2. egotistical blowhards that tell everyone how great their shit smells even though everyone smells crappy shit. they group with other loudmouths, barflies, and some hangerons. they spend more time blithering and shooting the shit about their work than actually doing a good job on it if they even finish it at all. talk talk talk and posture. the minute you say that you are working on something, they pipe up with "I AM WORKING ON IT" because of course, they are *always* Working. On. It.

3. awesome scientists who present good work, they network about their findings and the work of their students and postdocs, they are engaging speakers, good mentors, well known well respected for the science as well as being decent human beings. these people are rare.

Jan Moren said...

Anonymous, nobody would argue that there aren't plenty of socially inept scientists. The question is if scientists, as a group, is _more_ socially inept than other groups. And in that I agree with CPP that it is generally not the case.

Think about it: Chartered accountants. Real estate assets managers. Meat packers. Systems analysts. Industrial laundry workers. You'll find lots and lots of socially awkward people in all of those professions and in many others.

And scientists have plenty of practice to be social. Teaching, mentoring, presentations, seminars, collaborations - the job often requires you to be socially adept. That may in fact be where this stereotype comes from; social ineptitude is highlighted more often for scientists than for, say, accountants or other jobs that rarely need such skills.

Anonymous said...

What I find particularly difficult at conferences is sticking to the subject I would like to discuss. People are nice but the conversation, oh so quickly, passes to another subject - and discussing various ideas, techniques etc becomes increasingly difficult - especially if the setting is relaxed and involves beer/wine. How do you keep on track, especially if you are on the bottom of the food web

Kirk Mantay said...

This is a very well written post!

Since age 30, I haven't had a huge problem socializing with others in a professional setting, but when I was a young scientist, I faced issues with constant disrespect due to my age. What could I know? I'm not a withering 65 year old who has been cranking out obscure LPU's from 30 year old fieldwork done by his students in the 1970s....what.ever. Regardless, it would have been great to have information like you have provided here. Thanks.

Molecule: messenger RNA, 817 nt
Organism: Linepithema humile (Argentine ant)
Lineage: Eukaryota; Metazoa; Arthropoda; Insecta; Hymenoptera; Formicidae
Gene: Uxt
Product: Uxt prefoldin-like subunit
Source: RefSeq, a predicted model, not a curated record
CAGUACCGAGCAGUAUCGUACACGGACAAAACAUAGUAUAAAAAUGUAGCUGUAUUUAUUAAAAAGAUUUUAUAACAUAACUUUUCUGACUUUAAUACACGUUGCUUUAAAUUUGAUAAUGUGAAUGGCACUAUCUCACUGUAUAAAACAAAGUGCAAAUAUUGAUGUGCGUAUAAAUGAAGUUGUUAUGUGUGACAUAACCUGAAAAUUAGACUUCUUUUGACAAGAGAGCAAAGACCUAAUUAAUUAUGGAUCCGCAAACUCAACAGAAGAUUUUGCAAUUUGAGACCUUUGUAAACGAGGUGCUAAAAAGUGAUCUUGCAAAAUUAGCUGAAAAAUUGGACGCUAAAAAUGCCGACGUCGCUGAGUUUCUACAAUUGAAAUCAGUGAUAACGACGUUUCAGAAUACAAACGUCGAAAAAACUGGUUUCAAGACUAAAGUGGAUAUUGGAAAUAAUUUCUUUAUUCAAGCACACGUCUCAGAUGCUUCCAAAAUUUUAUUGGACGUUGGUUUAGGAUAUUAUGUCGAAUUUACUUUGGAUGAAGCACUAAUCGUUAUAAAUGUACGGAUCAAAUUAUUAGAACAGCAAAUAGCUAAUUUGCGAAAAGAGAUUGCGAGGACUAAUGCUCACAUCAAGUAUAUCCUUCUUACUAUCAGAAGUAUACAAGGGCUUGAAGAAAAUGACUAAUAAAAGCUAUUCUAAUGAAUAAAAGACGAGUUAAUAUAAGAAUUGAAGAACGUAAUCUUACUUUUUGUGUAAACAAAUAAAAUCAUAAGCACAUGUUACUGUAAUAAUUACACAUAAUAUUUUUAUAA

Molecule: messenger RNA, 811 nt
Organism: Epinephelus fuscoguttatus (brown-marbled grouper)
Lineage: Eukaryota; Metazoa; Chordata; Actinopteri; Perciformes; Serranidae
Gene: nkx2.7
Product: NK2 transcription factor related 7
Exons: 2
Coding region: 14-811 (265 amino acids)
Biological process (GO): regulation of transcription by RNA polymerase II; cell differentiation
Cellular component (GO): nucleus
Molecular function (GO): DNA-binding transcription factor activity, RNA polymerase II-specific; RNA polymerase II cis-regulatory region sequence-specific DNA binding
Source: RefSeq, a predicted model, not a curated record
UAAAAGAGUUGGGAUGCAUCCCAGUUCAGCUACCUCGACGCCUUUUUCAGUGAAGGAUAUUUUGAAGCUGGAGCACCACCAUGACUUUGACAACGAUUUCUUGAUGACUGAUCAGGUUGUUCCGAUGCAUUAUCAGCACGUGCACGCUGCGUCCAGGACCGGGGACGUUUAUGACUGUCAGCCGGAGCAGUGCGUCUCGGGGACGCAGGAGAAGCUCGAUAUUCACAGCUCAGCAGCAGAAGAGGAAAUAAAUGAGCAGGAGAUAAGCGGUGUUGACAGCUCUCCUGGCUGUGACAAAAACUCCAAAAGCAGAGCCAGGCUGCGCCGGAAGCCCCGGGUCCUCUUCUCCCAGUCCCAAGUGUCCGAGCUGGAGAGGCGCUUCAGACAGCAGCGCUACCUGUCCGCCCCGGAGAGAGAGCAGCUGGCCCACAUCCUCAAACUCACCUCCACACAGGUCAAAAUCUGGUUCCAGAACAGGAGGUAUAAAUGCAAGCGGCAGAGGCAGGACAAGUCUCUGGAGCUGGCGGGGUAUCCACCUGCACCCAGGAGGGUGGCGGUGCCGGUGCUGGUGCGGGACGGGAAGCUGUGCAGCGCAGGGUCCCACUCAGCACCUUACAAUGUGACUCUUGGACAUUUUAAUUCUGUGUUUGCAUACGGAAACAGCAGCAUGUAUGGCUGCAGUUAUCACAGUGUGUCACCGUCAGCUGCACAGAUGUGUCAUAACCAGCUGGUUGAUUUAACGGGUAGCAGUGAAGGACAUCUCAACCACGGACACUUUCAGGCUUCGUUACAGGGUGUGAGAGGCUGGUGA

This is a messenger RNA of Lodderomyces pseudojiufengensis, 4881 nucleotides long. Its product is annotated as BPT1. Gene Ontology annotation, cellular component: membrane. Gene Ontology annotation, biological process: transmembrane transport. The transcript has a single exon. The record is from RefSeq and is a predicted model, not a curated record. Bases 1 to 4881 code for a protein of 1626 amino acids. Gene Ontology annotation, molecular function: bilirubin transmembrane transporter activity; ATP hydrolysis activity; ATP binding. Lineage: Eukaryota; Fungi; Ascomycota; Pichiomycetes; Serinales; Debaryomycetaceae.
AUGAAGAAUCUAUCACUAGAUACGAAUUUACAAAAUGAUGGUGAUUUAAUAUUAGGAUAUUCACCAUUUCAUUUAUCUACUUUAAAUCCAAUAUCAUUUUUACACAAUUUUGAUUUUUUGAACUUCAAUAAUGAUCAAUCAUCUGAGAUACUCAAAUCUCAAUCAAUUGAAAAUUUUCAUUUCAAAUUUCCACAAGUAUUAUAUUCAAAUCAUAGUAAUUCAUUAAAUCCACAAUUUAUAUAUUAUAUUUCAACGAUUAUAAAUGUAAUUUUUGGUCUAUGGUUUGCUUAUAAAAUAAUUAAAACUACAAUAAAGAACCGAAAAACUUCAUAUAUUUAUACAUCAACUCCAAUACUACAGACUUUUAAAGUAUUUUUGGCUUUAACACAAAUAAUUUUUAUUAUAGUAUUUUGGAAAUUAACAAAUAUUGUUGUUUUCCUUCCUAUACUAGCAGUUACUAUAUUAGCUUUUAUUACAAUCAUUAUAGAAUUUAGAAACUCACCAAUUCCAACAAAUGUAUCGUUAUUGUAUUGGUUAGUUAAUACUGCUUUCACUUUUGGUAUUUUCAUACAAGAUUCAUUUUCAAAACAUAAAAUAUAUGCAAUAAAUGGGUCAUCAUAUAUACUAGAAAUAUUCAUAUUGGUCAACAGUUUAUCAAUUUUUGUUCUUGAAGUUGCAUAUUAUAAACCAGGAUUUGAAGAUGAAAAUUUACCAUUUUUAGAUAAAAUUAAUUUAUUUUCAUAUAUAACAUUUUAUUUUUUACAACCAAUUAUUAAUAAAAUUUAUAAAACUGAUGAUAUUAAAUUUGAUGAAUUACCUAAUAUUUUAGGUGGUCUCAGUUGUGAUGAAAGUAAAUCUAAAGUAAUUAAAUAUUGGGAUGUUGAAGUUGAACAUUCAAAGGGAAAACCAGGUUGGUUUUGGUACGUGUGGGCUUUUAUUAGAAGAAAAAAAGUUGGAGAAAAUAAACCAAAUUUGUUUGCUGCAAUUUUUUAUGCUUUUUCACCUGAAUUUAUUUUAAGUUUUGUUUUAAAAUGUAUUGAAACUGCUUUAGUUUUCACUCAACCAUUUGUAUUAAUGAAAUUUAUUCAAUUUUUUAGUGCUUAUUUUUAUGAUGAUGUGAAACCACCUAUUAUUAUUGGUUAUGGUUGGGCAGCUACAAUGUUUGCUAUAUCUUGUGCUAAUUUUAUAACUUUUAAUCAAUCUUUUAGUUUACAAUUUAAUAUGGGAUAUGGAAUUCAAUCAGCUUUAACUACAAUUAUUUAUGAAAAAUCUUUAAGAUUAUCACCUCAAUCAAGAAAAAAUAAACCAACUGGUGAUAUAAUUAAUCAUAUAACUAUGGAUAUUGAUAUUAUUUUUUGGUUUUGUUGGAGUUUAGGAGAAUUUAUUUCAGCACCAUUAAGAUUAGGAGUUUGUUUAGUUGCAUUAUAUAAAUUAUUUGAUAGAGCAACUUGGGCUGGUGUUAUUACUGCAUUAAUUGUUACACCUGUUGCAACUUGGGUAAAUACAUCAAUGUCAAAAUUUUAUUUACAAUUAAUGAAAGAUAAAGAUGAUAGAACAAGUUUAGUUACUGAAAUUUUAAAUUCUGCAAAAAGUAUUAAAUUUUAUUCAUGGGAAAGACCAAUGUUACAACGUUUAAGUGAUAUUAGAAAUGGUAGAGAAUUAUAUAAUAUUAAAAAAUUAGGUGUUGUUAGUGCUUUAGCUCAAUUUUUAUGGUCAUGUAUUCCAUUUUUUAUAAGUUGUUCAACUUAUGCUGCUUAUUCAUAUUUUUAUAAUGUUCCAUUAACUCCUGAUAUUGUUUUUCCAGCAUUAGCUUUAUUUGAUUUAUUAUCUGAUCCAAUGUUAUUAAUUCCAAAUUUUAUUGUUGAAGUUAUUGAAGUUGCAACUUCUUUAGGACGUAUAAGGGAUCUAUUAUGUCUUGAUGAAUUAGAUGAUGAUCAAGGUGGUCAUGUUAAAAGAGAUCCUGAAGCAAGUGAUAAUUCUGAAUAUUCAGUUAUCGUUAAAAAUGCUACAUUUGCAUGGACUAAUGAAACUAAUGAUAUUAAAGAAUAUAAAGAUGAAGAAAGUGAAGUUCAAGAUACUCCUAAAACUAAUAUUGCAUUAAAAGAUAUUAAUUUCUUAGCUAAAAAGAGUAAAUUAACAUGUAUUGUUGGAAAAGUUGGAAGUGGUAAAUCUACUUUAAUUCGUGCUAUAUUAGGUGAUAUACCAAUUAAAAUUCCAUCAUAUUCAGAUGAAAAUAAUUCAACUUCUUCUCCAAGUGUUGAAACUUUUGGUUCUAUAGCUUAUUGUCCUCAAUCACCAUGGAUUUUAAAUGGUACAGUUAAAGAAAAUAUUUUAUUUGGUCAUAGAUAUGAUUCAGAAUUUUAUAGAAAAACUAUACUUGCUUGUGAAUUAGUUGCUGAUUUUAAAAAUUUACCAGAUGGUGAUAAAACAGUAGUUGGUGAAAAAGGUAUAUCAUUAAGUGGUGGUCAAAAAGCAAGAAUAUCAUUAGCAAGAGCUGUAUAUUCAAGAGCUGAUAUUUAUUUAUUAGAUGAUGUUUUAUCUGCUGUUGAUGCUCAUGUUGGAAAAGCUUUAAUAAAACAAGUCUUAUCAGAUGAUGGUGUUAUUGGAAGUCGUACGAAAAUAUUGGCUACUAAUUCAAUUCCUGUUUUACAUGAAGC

Also, much thanks to "anonymous" for grouping male scientists into 3 categories (would there be charges of sexism if I proposed that there are merely 3 categories of women scientists?). I'll go ahead and note the irony of you commenting on others' social skills while choosing to comment as "Anonymous." I'm sure you're a real go-getter.

Kirk Mantay said...

Janne - I saw actual data on this at a previous "wetland based workplace." About 80% of us had MS level education, about 20% had PhD. We were about 75% introverted, which was compared to I think 55% of the American population.

The point of the exercise was to show that despite the criticality of marketing, partnership, and collaboration in our field, we are probably worse at it than the average American.

But no - it's not a night and day difference. I'd call the preponderence of introversion in STEM "slightly elevated" from the data they showed us.

Alix said...

"I will strike up a conversation with them and try to make them feel more comfortable."

How interesting. I do the same, as someone who also long-sufferingly taught themselves how to be sociable (about ten years ago, but the empathy doesn't go away, I find).

It was simple observation of others, really, that did it for me. I started copying behaviours I saw other socially successful people performing - when and where to talk to people, what to say, how much to smile, when to stop! - and worked out what suited me by trial and error. I'm not a STEM person, but it strikes me that STEM types might find that methodology very natural, once they get going.

(I'm highly amused BTW by how a current plurality in both the STEM and non-STEM polls see themselves as "imposters".)

Prisca Sapientia said...

I can't offer statistical evidence to support/refute the statement "comrade" thinks a canard - scientists as a group being more socially inept - so will only offer this for consideration:
Asperger's Syndrome is thought to be more prevalent in scientists and mathematicians than less cerebral professions (e.g., meat packers, laundry workers, politicians) and aspies are notoriously socially inept, even high-functioning ones with modest coping skills.
I'm an aspie, have a science background, and am a socially inept recluse.
Now, please point me towards the jumbo shrimp and an EXIT sign before I begin hyperventilating.